Between foreign countries limiting travel for U.S. tourists and mandatory quarantines for those who cross certain state lines, it’s a tough time to have a case of wanderlust. Currently, one of the safest ways to travel is through the pages of a book.
Explore the Americas without Leaving Home
These talented authors have written such engrossing descriptions of their settings, readers feel like they’re there. Check out these incredible books for a mental escape throughout The Americas.
Brazil and The Amazon
In 1969, National Geographic photographer, Loren McIntyre, set off for the Javari Valley along the Amazon River with the hopes of making contact with a remote tribe known as the Mayaruna. The Mayaruna, or “cat people” as they’re known for their whisker-like facial piercings, make contact almost as soon as McIntyre arrives. As he hurries to follow them into the jungle he realizes too late that he is completely lost and cut off from civilization. McIntyre’s description of his time stranded among the plants and animals in the jungle, his eventual escape, and his search for the real headwaters of the Amazon are incredibly vivid. This is the kind of real-life adventure story that simply doesn’t exist after the advent of Google Maps and satellite imagery. Explore the mysteries of the Amazon and the harsh peaks of the Andes Mountains in Petru Popescu’s account of McIntyre’s adventures in The Encounter: Amazon Beaming.
Noemí Taboada, a willful debutante, is ordered home early from a costume soiree by her father only to be told she has a mission. The family has received frightening and frantic letters from a newly-wed cousin who lives high in the Mexican mountains with her English husband in an estate known as High Place. When Noemí arrives, she discovers High Place is a replica of a cold, English estate and incredibly isolated in the mist far away from any outside help. Slowly, she discovers her in-laws are hiding a menacing and violent past that threatens to swallow her cousin whole. Mexican Gothic by Silvia Moreno-Garcia takes readers on a modern ride through the gothic horror genre. The setting of the English estate makes the story feel like some right off the moors of England but Noemí never lets the reader feel like they’ve left Mexico; the juxtaposition of the two makes this novel truly engrossing.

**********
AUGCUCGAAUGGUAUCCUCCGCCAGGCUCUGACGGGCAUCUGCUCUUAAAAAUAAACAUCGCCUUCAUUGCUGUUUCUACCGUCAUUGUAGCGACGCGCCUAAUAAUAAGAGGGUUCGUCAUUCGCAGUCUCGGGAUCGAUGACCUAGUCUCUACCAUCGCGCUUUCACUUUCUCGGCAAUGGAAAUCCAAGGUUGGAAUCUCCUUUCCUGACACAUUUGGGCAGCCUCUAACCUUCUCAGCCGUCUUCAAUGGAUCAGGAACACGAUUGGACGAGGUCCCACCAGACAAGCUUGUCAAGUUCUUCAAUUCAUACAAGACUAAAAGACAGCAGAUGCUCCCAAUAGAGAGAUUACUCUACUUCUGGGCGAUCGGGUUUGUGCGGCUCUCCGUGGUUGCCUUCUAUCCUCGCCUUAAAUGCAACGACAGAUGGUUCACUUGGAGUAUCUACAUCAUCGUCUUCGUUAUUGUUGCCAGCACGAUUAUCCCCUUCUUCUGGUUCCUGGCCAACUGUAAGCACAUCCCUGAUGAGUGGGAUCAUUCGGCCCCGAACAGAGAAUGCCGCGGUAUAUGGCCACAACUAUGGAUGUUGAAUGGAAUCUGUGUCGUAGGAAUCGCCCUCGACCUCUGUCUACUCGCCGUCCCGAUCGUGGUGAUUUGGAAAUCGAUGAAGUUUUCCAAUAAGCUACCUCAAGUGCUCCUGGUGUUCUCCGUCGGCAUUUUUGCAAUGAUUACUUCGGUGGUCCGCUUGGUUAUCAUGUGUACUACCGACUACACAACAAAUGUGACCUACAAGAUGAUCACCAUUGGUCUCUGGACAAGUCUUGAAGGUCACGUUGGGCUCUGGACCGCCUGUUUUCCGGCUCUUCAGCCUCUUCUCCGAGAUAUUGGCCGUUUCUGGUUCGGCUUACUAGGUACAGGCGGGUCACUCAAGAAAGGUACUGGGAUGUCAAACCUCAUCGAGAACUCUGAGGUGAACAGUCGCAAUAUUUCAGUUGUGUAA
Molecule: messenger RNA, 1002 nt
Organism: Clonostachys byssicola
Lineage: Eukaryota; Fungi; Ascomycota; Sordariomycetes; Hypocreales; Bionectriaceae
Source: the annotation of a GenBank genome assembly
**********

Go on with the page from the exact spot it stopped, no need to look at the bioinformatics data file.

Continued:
Patricia Lockwood had an unconventional upbringing, to put it mildly. Her memoir, Priestdaddy, artfully jumps back and forth between her childhood and a rough patch in adulthood where she and her husband had to move back in with her parents. Her father, an unlikely Catholic priest, brought her family up in a midwestern rectory. He enjoys roaming the house in boxer shorts, jamming on guitars, and playing action movies with the volume all the way up. Lockwood begins her memoir with some of the most hilarious situations from her childhood and the transitions into a heartfelt questioning of faith, family, and individuality. The small towns of Indiana where she grew up nurture tensions and inspire humor; they may as well be a part of her family themselves.
The best way to describe John Fram’s debut queer horror novel, The Bright Lands, is as a cross between Friday Night Lights and Stranger Things. Joel Whitley escaped his conservative hometown of Bentley and made a life for himself in NYC as an openly gay man. However, Joel finds himself back in Bentley and teaming up with unlikely allies when his younger brother, star quarterback of the high school football team, goes missing. Joel slowly begins unraveling the mystery and the closely guarded secrets of his hometown. His insistence gains the unwanted attention of dangerous and powerful men. No one seems ready to face the darkness, their collective nightmares, or the strange and flickering lights at the edge of the horizon. This page-turning thriller depicts the West Texas landscape and football-centric small towns like never before.
New York City
New York: The Novel by Edward Rutherford is sweeping historical fiction at it’s finest. He brilliantly weaves the story of New York’s humble beginnings as a Native American fishing village, the arrival of the Dutch and British, multiple wars, the immigration boom, the Gilded Age, all the way up to September 11. He mixes beautifully crafted fictional characters with real people in stories of love, struggle, perseverance, and triumph. It’s a fictional coming of age story of one of the most iconic cities in the world.